Clanging spatulas, banging drums and flashes of fire makes great culinary theater at Kyoto Steakhouse of Japan. But the fiery grills don’t outshine the food on a menu that is both creative and authentic.
Extensive dining options range from sushi to stir-fry to “East meets West” inspired fusion plates. All are served traditionally in Kyoto’s dinning rooms, bar-side lounge or its popular, high-energy communal hibachi grill tables.
“It takes years to master the hibachi and it takes lots of hand /eye coordination,” said Kyoto co-owner Amy Chook. Her business partner, Chef Tony Lin, agrees. He exhibits his hibachi mastery daily.
Hibachi is listed on the menu as teppanyaki, which translates to open kitchen.
“Hibachi is very popular because people like both the food and the entertainment. They also like it because it’s chef-driven. The grill master [chef] comes and cooks for the customer. If you like to have fun, do the hibachi,” Chook suggested.
According to Kyoto general manager James Caldwell, about 70 percent of customers opt for the hibachi/teppanyaki experience. Once guests are seated, the chef begins by lighting the grill. After the fire dies out, soup and salads arrive and rice, noodles and veggies are seasoned, sauced and stir-fried before your eyes.
When the veggies appear it’s time for the diners to choose how involved they wish to be in the table theatrics. Some become active participants, trying to catch broccoli florets in their mouths, tossed their way by the chef.
The hibachi experience is driven by a diner’s choice of protein, steak, chicken or a bounty of seafood, including lobster, scallops and halibut. The most popular customer pick is steak, especially the jalapeno-laced Spicy Sukiyaki Steak, a variation of the teriyaki-sauced Sukiyaki-style steak. Those who find it hard to decide can simply order a combo such as the Kyoto Special, a mix of steak, shrimp and chicken, or make their own combo from a short list that includes additional seafood choices, including Mahi-Mahi, salmon and calamari.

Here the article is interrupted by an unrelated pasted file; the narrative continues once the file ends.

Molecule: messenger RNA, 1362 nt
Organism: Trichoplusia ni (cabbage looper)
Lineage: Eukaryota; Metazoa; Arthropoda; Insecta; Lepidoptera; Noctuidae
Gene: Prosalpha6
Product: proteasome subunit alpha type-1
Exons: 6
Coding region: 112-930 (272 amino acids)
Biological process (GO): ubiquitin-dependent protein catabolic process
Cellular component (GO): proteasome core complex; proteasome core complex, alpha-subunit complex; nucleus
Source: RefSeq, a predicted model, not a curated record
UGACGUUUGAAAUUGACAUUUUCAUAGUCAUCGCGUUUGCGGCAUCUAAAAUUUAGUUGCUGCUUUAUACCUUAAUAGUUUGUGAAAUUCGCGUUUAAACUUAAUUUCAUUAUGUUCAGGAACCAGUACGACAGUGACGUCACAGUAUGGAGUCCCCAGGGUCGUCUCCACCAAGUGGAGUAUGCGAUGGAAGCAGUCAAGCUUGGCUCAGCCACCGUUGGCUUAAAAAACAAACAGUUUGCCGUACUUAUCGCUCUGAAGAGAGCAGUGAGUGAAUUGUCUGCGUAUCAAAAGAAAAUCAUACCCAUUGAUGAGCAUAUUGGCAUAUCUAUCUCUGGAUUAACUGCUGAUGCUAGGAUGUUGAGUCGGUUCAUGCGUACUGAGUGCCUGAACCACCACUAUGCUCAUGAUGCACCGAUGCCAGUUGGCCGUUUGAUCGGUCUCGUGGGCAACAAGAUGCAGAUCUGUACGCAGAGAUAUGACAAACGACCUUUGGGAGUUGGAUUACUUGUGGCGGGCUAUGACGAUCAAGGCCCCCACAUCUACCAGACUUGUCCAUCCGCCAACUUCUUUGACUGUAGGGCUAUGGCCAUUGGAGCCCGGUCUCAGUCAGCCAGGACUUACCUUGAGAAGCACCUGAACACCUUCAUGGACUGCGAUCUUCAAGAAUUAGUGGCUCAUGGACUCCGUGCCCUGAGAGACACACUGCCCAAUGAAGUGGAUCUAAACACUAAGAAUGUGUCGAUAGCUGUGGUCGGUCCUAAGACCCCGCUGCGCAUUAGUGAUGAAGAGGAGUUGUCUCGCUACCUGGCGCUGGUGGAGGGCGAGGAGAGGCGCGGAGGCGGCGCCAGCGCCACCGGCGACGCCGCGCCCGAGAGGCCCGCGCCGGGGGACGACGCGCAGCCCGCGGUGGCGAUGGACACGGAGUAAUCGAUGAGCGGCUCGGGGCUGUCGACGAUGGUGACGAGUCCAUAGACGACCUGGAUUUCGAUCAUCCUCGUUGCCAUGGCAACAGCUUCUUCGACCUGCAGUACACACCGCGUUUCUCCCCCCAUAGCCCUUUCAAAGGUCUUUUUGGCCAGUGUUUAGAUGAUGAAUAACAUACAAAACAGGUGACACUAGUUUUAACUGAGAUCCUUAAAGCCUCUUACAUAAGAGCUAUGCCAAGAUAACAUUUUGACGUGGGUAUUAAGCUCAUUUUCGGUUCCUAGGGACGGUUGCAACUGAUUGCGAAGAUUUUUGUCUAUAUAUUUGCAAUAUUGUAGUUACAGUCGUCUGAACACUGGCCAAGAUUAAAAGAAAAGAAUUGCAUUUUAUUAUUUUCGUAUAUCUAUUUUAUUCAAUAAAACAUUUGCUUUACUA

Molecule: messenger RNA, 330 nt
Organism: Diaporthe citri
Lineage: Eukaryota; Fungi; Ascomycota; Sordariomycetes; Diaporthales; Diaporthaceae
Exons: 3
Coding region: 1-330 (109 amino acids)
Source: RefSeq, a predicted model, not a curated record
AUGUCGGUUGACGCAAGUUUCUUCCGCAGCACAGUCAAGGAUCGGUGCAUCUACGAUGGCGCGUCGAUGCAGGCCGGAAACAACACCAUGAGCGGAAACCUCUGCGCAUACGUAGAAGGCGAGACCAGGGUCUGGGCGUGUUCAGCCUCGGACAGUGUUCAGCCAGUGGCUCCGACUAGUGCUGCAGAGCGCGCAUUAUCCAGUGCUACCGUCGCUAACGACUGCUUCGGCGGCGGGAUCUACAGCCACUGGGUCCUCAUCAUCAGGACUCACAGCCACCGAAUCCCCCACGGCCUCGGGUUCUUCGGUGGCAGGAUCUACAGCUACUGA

“While people like hibachi we also have dining experiences,” Chook said. “Our dining room menu has lots of choice – bento boxes, Asian fusion dinners, sashimi and sushi.”
According to Chook, anything on the menu can be ordered anywhere in the restaurant. No matter how it’s cooked, which includes Kyoto’s cozy bar and its traditional dining rooms.
The traditional dining menu combines Japanese and Chinese dishes with a chef’s specialty section of fusion entrées featuring western ingredients such as the butter-sauced Baked Sea Bass and the unexpected French Rack of Lamb. Classic Chinese dishes such as Kung Pao Chicken Lettuce Wraps, Mongolian Beef or General Tso’s Chicken also are sure to delight. All entrées include soup and a house salad.
“We make everything fresh,” said Chook. “We make all our own sauces and dressing and use only quality ingredients.”
Sushi fans won’t be disappointed at Kyoto. There are over 50 creative roll varieties, making Kyoto’s sushi roster one of the more extensive lists in St. Charles County. Kyoto also offers a selection of “cooked” or non-raw fish rolls.
Monday through Saturday, Kyoto offers an all-you-can-eat Sushi lunch that is a great opportunity for die-hard sushi aficionados and nervous novices.
“We are always presenting more for the customer to enjoy,” Chook said. “No one will leave hungry.”